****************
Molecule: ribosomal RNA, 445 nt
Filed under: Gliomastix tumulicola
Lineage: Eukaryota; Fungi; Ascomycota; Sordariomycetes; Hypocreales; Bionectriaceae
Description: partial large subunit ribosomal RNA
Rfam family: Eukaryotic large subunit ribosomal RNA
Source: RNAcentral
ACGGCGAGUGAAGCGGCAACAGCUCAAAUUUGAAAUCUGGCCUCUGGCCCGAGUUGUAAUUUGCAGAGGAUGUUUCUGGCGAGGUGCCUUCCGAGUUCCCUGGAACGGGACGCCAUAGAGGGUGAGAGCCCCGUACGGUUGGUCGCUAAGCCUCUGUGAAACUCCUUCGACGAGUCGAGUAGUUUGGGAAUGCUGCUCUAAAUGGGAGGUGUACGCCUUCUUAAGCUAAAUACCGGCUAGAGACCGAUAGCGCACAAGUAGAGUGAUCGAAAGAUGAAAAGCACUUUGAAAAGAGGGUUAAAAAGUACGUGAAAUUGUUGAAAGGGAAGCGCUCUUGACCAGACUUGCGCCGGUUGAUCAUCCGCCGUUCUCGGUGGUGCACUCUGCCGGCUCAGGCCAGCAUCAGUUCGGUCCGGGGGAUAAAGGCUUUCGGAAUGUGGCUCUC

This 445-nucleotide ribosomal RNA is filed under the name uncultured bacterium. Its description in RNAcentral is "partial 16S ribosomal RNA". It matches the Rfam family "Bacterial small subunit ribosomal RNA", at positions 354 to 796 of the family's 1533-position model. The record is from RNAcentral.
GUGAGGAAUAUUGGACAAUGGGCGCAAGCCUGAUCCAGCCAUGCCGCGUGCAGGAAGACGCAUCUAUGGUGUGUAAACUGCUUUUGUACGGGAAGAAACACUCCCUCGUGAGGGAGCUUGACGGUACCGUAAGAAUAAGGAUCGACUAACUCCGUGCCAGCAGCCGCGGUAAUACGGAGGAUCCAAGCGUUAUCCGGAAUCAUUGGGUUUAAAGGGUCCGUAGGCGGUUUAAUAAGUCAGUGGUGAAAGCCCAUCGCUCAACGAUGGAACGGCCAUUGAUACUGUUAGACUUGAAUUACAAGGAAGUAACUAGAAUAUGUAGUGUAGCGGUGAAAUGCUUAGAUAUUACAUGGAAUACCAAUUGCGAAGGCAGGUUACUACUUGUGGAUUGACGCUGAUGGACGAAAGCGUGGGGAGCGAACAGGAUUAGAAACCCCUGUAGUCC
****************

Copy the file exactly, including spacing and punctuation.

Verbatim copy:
Molecule: ribosomal RNA, 445 nt
Filed under: Gliomastix tumulicola
Lineage: Eukaryota; Fungi; Ascomycota; Sordariomycetes; Hypocreales; Bionectriaceae
Description: partial large subunit ribosomal RNA
Rfam family: Eukaryotic large subunit ribosomal RNA
Source: RNAcentral
ACGGCGAGUGAAGCGGCAACAGCUCAAAUUUGAAAUCUGGCCUCUGGCCCGAGUUGUAAUUUGCAGAGGAUGUUUCUGGCGAGGUGCCUUCCGAGUUCCCUGGAACGGGACGCCAUAGAGGGUGAGAGCCCCGUACGGUUGGUCGCUAAGCCUCUGUGAAACUCCUUCGACGAGUCGAGUAGUUUGGGAAUGCUGCUCUAAAUGGGAGGUGUACGCCUUCUUAAGCUAAAUACCGGCUAGAGACCGAUAGCGCACAAGUAGAGUGAUCGAAAGAUGAAAAGCACUUUGAAAAGAGGGUUAAAAAGUACGUGAAAUUGUUGAAAGGGAAGCGCUCUUGACCAGACUUGCGCCGGUUGAUCAUCCGCCGUUCUCGGUGGUGCACUCUGCCGGCUCAGGCCAGCAUCAGUUCGGUCCGGGGGAUAAAGGCUUUCGGAAUGUGGCUCUC

This 445-nucleotide ribosomal RNA is filed under the name uncultured bacterium. Its description in RNAcentral is "partial 16S ribosomal RNA". It matches the Rfam family "Bacterial small subunit ribosomal RNA", at positions 354 to 796 of the family's 1533-position model. The record is from RNAcentral.
GUGAGGAAUAUUGGACAAUGGGCGCAAGCCUGAUCCAGCCAUGCCGCGUGCAGGAAGACGCAUCUAUGGUGUGUAAACUGCUUUUGUACGGGAAGAAACACUCCCUCGUGAGGGAGCUUGACGGUACCGUAAGAAUAAGGAUCGACUAACUCCGUGCCAGCAGCCGCGGUAAUACGGAGGAUCCAAGCGUUAUCCGGAAUCAUUGGGUUUAAAGGGUCCGUAGGCGGUUUAAUAAGUCAGUGGUGAAAGCCCAUCGCUCAACGAUGGAACGGCCAUUGAUACUGUUAGACUUGAAUUACAAGGAAGUAACUAGAAUAUGUAGUGUAGCGGUGAAAUGCUUAGAUAUUACAUGGAAUACCAAUUGCGAAGGCAGGUUACUACUUGUGGAUUGACGCUGAUGGACGAAAGCGUGGGGAGCGAACAGGAUUAGAAACCCCUGUAGUCC